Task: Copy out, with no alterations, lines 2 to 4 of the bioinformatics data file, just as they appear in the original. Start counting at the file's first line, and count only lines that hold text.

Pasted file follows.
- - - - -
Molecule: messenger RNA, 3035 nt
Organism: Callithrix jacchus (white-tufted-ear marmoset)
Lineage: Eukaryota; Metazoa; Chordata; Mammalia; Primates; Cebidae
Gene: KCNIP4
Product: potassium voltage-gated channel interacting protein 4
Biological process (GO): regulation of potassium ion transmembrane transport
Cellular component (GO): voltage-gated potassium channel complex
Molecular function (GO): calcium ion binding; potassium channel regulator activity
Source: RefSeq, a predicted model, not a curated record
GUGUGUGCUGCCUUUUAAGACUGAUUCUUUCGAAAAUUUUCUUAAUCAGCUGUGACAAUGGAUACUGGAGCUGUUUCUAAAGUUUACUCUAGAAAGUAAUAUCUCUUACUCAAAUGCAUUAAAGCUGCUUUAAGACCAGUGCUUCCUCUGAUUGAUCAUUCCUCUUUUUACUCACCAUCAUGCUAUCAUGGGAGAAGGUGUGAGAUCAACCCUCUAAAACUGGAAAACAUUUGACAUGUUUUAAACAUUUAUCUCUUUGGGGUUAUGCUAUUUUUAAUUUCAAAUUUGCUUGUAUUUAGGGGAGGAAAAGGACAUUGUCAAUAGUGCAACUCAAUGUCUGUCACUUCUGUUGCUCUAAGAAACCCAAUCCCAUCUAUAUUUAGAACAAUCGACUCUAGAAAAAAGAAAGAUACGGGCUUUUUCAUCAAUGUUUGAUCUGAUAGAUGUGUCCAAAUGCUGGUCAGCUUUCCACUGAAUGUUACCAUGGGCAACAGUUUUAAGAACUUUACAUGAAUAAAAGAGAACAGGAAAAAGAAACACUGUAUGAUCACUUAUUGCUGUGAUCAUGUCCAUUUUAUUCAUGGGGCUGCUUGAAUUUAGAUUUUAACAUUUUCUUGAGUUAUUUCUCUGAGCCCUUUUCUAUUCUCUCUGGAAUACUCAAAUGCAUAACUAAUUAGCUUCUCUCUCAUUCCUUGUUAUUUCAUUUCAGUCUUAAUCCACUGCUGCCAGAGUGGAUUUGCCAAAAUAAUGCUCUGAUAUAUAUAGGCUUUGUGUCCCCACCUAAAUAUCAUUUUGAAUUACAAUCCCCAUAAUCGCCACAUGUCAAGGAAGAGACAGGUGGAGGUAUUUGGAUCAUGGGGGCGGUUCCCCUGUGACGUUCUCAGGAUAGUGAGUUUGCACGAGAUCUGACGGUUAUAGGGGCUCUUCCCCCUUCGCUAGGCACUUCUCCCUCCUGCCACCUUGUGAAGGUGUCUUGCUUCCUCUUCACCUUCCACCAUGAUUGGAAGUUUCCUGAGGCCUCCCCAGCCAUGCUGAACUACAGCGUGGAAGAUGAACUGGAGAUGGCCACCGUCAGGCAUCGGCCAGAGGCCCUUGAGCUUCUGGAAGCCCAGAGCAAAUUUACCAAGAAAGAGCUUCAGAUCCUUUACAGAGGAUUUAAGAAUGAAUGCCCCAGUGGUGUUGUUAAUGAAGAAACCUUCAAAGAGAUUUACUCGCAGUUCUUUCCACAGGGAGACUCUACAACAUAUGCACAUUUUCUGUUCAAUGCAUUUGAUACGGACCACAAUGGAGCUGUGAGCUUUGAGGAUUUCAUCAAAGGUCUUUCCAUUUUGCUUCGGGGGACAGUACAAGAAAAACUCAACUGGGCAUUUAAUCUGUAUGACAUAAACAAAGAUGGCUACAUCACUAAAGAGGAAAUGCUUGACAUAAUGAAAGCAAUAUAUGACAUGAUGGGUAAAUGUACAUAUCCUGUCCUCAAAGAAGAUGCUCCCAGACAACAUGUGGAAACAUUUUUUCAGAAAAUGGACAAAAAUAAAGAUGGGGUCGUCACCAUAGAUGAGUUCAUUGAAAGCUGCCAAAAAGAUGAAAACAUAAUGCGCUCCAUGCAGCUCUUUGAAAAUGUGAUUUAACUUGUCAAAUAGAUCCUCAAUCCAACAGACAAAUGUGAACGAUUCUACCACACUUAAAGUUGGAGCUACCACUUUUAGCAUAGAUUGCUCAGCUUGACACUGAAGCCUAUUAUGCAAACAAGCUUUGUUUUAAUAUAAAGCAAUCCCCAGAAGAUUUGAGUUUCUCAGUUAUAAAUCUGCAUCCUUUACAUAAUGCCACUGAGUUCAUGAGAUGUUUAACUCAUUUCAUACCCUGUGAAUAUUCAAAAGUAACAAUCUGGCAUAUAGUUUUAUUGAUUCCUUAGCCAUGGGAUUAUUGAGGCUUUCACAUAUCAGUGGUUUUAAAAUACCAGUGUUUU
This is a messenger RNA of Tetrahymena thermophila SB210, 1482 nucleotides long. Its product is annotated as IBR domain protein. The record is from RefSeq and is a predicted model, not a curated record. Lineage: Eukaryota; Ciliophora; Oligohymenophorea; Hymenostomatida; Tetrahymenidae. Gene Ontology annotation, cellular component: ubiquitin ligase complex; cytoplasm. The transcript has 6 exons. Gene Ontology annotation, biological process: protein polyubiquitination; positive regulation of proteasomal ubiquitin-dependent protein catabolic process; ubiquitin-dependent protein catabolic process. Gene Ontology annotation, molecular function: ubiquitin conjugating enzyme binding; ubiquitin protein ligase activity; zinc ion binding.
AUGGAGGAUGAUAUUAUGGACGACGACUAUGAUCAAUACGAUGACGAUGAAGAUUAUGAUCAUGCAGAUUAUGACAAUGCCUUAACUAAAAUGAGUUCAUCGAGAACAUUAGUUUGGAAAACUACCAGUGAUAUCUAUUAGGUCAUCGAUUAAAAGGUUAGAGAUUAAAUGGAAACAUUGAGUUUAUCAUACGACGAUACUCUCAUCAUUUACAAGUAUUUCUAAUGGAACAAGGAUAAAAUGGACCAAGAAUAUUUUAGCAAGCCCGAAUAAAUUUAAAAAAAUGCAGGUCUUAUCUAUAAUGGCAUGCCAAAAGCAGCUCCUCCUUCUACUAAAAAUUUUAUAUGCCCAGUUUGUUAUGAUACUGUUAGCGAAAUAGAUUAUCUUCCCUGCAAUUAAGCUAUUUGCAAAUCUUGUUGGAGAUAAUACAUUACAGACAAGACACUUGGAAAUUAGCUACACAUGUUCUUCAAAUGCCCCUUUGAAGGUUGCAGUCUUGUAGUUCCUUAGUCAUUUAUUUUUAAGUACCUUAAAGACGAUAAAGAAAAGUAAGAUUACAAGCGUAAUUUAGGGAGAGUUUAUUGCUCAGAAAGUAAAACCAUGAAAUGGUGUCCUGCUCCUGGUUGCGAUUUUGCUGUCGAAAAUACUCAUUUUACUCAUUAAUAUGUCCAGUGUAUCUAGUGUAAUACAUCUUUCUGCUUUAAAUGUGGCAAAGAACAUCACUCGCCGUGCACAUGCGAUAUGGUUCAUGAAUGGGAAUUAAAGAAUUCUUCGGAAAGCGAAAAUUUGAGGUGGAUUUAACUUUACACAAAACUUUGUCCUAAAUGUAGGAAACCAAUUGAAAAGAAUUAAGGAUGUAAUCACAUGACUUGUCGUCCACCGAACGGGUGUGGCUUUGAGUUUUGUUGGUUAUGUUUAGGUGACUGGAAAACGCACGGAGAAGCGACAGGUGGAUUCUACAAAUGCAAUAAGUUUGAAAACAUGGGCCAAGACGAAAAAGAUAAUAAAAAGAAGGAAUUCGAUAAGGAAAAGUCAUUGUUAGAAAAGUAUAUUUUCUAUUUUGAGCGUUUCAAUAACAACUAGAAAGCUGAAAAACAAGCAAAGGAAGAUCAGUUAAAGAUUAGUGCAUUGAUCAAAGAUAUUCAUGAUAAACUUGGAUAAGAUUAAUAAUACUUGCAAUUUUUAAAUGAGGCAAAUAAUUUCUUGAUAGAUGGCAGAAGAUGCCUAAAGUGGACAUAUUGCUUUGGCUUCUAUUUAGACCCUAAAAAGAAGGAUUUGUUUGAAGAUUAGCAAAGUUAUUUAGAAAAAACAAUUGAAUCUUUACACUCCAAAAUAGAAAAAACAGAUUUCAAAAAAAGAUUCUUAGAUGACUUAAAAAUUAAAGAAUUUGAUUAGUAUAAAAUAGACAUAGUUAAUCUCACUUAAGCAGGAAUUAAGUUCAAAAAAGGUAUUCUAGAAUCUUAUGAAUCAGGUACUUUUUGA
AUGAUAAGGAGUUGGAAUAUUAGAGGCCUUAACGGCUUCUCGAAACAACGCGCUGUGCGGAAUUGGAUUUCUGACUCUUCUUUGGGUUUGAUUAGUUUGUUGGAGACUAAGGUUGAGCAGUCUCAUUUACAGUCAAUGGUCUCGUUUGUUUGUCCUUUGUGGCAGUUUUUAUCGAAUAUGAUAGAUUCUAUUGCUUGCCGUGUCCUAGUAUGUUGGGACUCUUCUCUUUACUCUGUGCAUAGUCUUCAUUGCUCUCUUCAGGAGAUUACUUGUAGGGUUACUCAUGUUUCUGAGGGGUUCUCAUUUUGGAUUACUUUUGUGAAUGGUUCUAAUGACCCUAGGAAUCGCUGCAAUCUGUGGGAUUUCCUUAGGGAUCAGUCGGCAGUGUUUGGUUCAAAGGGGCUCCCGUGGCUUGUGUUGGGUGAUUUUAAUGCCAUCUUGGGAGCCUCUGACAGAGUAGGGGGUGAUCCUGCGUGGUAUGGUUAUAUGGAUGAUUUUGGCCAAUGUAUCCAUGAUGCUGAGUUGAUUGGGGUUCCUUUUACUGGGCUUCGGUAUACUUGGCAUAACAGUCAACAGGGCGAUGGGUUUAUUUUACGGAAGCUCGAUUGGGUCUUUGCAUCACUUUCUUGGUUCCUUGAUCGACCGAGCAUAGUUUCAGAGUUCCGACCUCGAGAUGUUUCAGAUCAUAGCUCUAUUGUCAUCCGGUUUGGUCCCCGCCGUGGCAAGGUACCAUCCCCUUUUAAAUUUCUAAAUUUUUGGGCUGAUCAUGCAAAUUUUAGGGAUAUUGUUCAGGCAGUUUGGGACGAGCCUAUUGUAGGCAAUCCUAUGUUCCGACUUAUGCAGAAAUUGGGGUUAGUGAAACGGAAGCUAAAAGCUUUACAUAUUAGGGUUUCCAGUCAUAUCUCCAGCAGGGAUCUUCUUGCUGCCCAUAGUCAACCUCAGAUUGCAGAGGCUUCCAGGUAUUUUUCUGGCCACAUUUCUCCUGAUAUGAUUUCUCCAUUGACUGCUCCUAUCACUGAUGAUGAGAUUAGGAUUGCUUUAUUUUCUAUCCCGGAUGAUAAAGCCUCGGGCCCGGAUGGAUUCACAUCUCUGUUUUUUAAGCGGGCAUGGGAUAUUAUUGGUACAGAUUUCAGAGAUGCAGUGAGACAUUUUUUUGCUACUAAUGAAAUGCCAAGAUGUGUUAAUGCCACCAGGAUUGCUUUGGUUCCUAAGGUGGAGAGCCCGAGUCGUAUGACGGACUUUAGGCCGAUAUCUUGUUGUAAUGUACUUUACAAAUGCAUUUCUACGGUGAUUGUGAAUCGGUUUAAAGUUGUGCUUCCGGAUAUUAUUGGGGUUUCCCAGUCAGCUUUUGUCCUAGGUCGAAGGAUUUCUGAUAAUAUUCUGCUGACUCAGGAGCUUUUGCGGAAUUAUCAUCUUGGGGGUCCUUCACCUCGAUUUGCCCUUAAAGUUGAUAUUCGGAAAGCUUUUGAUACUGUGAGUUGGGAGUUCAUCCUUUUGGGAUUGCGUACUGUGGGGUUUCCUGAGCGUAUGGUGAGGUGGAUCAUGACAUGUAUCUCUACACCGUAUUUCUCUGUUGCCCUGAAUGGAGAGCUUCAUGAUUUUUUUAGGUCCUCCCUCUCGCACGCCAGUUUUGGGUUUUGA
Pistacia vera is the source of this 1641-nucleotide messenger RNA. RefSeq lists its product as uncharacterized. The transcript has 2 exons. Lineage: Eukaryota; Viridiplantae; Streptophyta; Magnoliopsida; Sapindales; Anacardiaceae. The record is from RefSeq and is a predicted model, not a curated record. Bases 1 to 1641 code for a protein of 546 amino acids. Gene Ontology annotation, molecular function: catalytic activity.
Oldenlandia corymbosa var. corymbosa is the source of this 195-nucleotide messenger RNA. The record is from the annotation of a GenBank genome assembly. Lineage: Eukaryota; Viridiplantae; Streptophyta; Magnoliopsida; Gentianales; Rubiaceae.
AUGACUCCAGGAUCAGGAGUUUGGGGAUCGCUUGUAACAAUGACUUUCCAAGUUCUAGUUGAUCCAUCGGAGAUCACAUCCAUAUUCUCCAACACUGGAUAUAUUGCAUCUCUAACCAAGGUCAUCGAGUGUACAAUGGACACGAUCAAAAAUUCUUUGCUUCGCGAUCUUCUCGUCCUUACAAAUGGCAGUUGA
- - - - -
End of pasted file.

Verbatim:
Organism: Callithrix jacchus (white-tufted-ear marmoset)
Lineage: Eukaryota; Metazoa; Chordata; Mammalia; Primates; Cebidae
Gene: KCNIP4